I just don’t have the heart to ignore them.
I like the idea of writing new ones based on the the ones that work well though.
Thank you for that tip.
This made me ask myself the same question. To be honest, I've left my articles alone after publishing. I only go back to them if I get broken links notifications or emails from Hubpages telling me they've made edits. My earnings go up and down even though I've totally neglected my few hubs. I've tried learning SEO, but it just gives me a headache. So I'm blindly walking along the path. :-D
I have noticed that when I update the traffic picks up. Sometimes right away and sometimes it takes a few months but there is a pattern.
During my pandemic-fueled down time I've updated a good bit of my back catalog, but I haven't seen any effect on traffic from doing so.
For now I'm going to concentrate on writing new stuff, which I'd rather be doing anyway, I know revising/updating is a necessary evil but it's also a bit of a drag. (haha)
Like you, I’ve updated quite a few over some months but I haven’t seen much effect on traffic, except the couple that HP edited/worked-over. Those bring me good traffic.
Maybe I should try to write one article a month. Maybe. It’s now between publishing those I’m working on now, or expanding on them to turn them into KDP ebooks.
To be fair you have a good number of hubs. If I had 200 hubs I also might be not so excited about updating all of them.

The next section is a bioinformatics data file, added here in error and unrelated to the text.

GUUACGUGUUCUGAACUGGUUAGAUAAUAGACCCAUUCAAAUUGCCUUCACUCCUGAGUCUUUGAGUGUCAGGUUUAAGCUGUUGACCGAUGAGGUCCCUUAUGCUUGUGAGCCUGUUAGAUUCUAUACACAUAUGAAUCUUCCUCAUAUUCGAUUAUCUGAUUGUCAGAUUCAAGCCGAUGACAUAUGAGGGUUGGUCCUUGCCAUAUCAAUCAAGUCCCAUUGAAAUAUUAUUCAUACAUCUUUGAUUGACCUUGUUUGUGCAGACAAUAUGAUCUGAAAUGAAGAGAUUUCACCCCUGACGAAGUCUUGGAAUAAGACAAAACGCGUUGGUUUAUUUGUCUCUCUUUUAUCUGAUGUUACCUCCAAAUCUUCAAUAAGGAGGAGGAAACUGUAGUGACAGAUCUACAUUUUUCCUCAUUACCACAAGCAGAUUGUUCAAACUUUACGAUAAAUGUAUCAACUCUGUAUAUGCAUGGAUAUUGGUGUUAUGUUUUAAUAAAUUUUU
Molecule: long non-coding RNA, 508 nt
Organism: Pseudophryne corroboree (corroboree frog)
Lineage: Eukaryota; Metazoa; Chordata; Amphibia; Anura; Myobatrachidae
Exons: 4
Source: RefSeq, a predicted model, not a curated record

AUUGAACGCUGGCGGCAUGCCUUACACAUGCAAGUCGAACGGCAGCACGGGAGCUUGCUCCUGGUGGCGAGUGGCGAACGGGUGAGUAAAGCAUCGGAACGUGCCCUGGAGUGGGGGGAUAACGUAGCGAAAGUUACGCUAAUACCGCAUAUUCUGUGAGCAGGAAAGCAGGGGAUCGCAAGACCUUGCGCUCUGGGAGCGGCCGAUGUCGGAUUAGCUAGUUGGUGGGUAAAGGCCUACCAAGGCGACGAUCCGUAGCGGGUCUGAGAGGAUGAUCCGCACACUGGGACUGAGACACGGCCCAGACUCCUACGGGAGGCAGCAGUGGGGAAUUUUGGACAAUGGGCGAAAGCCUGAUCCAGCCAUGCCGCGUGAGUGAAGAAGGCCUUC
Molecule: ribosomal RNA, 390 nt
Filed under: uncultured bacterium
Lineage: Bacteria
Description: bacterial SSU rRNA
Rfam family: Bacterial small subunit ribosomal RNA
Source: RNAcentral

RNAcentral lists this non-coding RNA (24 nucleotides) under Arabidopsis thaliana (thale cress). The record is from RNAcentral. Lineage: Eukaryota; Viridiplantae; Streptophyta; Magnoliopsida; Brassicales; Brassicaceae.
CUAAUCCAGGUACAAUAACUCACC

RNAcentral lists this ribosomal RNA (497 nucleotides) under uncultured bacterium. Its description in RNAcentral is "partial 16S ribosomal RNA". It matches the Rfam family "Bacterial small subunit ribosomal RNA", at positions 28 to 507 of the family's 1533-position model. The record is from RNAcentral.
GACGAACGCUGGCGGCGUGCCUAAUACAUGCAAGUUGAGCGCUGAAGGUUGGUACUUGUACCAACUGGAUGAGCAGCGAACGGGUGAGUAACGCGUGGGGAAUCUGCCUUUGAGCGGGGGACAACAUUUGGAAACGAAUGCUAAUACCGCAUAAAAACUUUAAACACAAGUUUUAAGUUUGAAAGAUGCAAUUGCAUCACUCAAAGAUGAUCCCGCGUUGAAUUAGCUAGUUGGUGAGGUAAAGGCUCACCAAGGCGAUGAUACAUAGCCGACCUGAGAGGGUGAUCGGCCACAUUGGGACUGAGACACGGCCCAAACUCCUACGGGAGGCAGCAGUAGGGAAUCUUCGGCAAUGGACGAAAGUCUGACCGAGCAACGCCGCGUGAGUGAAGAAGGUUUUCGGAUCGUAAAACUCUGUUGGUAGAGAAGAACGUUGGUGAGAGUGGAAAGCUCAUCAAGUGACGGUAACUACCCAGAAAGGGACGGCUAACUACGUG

It took me over a week to update (at the time) most of the 30 hubs I had then.
If you are getting better at writing profitable hubs it is better to let those with the lowest traffic go without refreshes so you continue to write new hubs. The best gain for refreshing hubs is usually those with moderate to good traffic already, showing the topic has appeal.
Every time you write a new Hub, you're taking a gamble. Will it be a popular subject? Have I got the title right? Will Google like it? Even if you've done keyword research, those tools only tell you so much - so basically, you're throwing mud at the wall to see what sticks. Some Hubs work well from day one; some Hubs don't work well at first, but you work out how to fix them; and some Hubs will just never do well, no matter how well-written they are, because no one is looking for them.
There's an oft-quoted 80/20 rule: 20% of your articles will be successful and earn most of your income. The other 80% will never quite take off, no matter how much updating you do. That rule has been questioned often, but I've found it to be a pretty robust rule - not just on HubPages but on other blogs and websites as well.
In the first year of publication, it's worth tinkering with those 80% Hubs to see if one of them will suddenly fly, but after that, the reality is that they're never going to do well, so you may as well just let them lumber along earning a few pennies.
There seems to be a lot of focus on HubPages on updating old Hubs, but updating too often can be detrimental. When you update a Hub, it can adversely affect its Google ranking for a while before it settles down - so it's not something you want to do often. A thorough refresh once a year is probably plenty.
Thank you Marisa.
“A thorough refresh once a year is probably plenty” ... I guess that is what I’ll have to consider. Looking at it this way makes it not so bad after all. I should be able to handle that. Especially as I can now concentrate more on updating the moderate to high-traffic hubs. That will give me time to write the occasional hub now and then.